Aging population, newly insured contribute to York Hospital's busiest year


With thousands of Yorkers freshly insured under the Affordable Care Act and an aging population, WellSpan's York Hospital is fielding its largest number of emergency room patients.

Officials at the hospital view the increase as a kind of a "new normal," and WellSpan is hoping to get ahead of the curve by developing plans to see more patients in an efficient manner, said hospital president Keith Noll. In the last fiscal year, York Hospital fielded 80,864 patient visits to its emergency room, surpassing its previous high of 78,504.

Noll said the hospital started seeing the bulk of the increase in January, when insurance coverage went into effect from the Affordable Care Act. That led more residents to get coverage and seek services, he said.

Along with those who are taking advantage of their new insurance, York County's population is increasing, and the population is aging and getting a lot sicker than in years past, he said.

"It was probably our busiest year on record," he said. "I don't think it's any one thing that caused the increase, but a multitude of factors."

Other factors: Insurance companies also have created "narrow networks" that limit the number of doctors and hospitals a person could use to help control medical costs, and that change might have funneled more residents to York Hospital, he said.

"We are one of the biggest providers in the area; not many hospitals can handle the types of patients we do," Noll said.

Noll also noted that the length of stay among patients has increased over the years, by about a half a day.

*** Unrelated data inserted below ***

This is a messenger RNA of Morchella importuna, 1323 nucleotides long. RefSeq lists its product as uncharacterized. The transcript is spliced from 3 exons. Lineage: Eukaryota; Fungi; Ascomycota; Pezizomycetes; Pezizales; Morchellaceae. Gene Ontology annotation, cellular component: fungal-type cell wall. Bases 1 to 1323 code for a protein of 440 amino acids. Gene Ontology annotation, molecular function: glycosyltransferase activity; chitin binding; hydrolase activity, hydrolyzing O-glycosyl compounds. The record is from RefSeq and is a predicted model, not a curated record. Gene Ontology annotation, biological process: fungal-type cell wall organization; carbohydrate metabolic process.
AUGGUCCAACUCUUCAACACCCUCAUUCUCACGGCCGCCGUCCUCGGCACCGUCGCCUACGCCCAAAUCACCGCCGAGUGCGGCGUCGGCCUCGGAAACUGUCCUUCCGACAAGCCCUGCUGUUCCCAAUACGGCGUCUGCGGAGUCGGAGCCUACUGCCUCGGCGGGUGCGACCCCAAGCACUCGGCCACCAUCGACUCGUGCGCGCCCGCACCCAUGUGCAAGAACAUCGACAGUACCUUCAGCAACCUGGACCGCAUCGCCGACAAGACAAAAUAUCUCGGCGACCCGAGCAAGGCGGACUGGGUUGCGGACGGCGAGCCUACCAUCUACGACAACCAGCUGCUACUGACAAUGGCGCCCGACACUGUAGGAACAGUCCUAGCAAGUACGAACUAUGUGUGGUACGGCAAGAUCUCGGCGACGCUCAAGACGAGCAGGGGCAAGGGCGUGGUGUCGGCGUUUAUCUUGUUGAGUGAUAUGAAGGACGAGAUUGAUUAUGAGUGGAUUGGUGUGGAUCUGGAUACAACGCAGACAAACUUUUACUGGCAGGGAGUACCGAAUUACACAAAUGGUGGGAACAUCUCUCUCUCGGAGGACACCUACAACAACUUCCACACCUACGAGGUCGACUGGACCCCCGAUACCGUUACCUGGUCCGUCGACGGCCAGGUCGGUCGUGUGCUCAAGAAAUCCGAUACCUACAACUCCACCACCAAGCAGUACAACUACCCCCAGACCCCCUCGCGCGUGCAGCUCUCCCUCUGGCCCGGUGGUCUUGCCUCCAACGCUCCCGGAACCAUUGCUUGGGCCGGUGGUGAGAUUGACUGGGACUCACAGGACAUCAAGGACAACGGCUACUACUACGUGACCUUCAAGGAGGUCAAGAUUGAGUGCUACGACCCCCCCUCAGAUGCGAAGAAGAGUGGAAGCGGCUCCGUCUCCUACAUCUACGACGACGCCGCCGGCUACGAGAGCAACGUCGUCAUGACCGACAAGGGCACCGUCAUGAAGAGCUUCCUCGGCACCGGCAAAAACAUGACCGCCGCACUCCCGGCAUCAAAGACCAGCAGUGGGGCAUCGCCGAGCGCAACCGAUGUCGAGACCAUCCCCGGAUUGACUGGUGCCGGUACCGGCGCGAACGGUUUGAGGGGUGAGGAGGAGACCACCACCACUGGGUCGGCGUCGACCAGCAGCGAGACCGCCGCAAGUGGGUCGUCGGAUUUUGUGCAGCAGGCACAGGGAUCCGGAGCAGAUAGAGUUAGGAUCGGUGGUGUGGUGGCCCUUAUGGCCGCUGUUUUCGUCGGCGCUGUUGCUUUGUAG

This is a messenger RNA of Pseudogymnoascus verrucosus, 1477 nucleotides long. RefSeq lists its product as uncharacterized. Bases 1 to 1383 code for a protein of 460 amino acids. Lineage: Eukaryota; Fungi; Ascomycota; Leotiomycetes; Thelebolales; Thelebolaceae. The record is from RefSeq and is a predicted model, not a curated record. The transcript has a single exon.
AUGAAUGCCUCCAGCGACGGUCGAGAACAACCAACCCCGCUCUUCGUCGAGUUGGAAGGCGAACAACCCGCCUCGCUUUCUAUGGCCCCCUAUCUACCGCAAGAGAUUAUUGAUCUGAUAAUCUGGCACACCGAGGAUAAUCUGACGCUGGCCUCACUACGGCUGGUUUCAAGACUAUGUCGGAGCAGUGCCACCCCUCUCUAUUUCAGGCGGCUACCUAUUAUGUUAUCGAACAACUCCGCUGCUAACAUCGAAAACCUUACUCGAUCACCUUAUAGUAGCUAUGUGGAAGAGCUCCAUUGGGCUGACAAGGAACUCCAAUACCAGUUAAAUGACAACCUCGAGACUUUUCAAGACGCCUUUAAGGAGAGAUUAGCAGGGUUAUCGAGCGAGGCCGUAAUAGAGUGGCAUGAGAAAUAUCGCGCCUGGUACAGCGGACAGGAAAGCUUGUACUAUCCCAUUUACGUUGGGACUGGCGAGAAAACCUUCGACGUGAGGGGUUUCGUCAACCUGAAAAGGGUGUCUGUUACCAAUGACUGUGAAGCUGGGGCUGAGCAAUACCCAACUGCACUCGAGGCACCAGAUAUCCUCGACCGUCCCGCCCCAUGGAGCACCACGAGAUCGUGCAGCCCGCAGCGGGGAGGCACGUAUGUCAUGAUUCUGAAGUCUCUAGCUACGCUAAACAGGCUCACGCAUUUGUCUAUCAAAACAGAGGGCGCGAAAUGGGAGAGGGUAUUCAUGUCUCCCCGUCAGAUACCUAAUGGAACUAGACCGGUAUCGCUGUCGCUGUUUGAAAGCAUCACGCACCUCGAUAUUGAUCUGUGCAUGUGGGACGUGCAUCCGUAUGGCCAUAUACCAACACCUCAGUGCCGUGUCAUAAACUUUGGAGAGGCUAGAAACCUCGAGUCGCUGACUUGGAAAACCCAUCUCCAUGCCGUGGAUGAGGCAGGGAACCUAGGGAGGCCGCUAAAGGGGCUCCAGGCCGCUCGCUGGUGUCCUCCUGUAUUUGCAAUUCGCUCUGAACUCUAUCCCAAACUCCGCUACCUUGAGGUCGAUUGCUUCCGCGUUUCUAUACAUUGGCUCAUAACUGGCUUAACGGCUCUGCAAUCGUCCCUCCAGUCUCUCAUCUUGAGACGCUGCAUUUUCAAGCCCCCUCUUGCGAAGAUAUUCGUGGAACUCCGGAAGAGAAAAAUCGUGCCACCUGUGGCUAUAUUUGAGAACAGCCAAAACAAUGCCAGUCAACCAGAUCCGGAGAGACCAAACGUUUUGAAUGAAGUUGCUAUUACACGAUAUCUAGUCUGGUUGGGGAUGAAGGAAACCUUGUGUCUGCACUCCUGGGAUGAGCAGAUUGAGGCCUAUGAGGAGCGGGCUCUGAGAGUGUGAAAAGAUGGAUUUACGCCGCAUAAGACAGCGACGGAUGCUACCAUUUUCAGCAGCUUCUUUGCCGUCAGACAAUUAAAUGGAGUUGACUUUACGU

"You may not think that is a lot, but when you have 570 beds within the hospital and multiply that 365 days a year, it adds up," he said.

The hospital also is experiencing an upswing in the number of transfers from other hospitals, Noll said.

In the last few years, York Hospital went from averaging 15 transfers a month to getting sometimes as many as 200 a month.

Planning ahead: To keep up with hospital demand, Noll said they are looking at a series of long-term and short-term approaches.

The hospital plans to hire 150 additional employees and work aggressively with community partners, home-care agencies and nursing homes to discharge patients to the correct level of care more rapidly, he said.

In addition, WellSpan staff members are planning to update the facility's master plan to see where additional beds could be added.

Officials also are investing about $48 million in upgrades to the emergency department to ensure better access and efficiency. That work is already under way.

Growing trend: Other medical facilities around the country also have experienced higher patient volumes in emergency rooms.

According to a poll released in May from the American College of Emergency Physicians, three-quarters of emergency doctors said visits were increasing.

One year ago, less than half reported increases, according to the organization's findings.

More than one-quarter — 28 percent — of respondents saw increases since the requirement to have health insurance took effect.

Dr. Michael Gerardi, president of the ACEP, said even with new insurance, many residents still don't have access to timely medical care.

"America has severe primary-care physician shortages, and many physicians will not accept Medicaid patients because Medicaid pays so inadequately," Dr. Gerardi said. "Just because people have health insurance does not mean they have access to timely medical care."

Less waiting: Patients can help cut down on wait times, connecting with a primary care physician when they're feeling ill, Noll said.

People might not always need to go to the emergency room, he said.

Noll said family members who are picking up a patient from the hospital should come around the estimated discharge time.

"We can give you an estimate ahead of time when a loved one will be sent home," he said. "Between 10 a.m. and 4 p.m., things start to get a little tight."

But even with the patient increase, Noll said the hospital continues fielding patients.

"You never want to turn away someone in need," he said. "We will continue to help those who need our services."

— Reach Sara Blumberg at